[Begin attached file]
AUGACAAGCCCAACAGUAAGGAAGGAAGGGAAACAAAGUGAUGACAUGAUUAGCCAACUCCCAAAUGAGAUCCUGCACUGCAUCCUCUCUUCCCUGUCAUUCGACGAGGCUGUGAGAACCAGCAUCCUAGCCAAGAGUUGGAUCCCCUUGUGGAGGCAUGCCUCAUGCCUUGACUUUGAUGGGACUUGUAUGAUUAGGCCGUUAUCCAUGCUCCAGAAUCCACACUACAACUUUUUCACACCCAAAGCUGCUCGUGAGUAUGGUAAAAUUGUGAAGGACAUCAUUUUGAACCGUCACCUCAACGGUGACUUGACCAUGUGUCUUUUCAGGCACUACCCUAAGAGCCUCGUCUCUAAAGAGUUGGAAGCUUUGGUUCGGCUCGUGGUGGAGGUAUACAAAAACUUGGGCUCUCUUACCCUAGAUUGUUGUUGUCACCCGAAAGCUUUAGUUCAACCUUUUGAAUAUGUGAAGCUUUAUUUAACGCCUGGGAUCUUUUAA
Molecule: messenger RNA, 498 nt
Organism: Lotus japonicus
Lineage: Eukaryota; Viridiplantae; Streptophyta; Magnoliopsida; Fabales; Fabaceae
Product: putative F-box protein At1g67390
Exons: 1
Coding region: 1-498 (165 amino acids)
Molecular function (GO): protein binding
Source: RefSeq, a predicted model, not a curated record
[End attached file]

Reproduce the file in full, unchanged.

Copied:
AUGACAAGCCCAACAGUAAGGAAGGAAGGGAAACAAAGUGAUGACAUGAUUAGCCAACUCCCAAAUGAGAUCCUGCACUGCAUCCUCUCUUCCCUGUCAUUCGACGAGGCUGUGAGAACCAGCAUCCUAGCCAAGAGUUGGAUCCCCUUGUGGAGGCAUGCCUCAUGCCUUGACUUUGAUGGGACUUGUAUGAUUAGGCCGUUAUCCAUGCUCCAGAAUCCACACUACAACUUUUUCACACCCAAAGCUGCUCGUGAGUAUGGUAAAAUUGUGAAGGACAUCAUUUUGAACCGUCACCUCAACGGUGACUUGACCAUGUGUCUUUUCAGGCACUACCCUAAGAGCCUCGUCUCUAAAGAGUUGGAAGCUUUGGUUCGGCUCGUGGUGGAGGUAUACAAAAACUUGGGCUCUCUUACCCUAGAUUGUUGUUGUCACCCGAAAGCUUUAGUUCAACCUUUUGAAUAUGUGAAGCUUUAUUUAACGCCUGGGAUCUUUUAA
Molecule: messenger RNA, 498 nt
Organism: Lotus japonicus
Lineage: Eukaryota; Viridiplantae; Streptophyta; Magnoliopsida; Fabales; Fabaceae
Product: putative F-box protein At1g67390
Exons: 1
Coding region: 1-498 (165 amino acids)
Molecular function (GO): protein binding
Source: RefSeq, a predicted model, not a curated record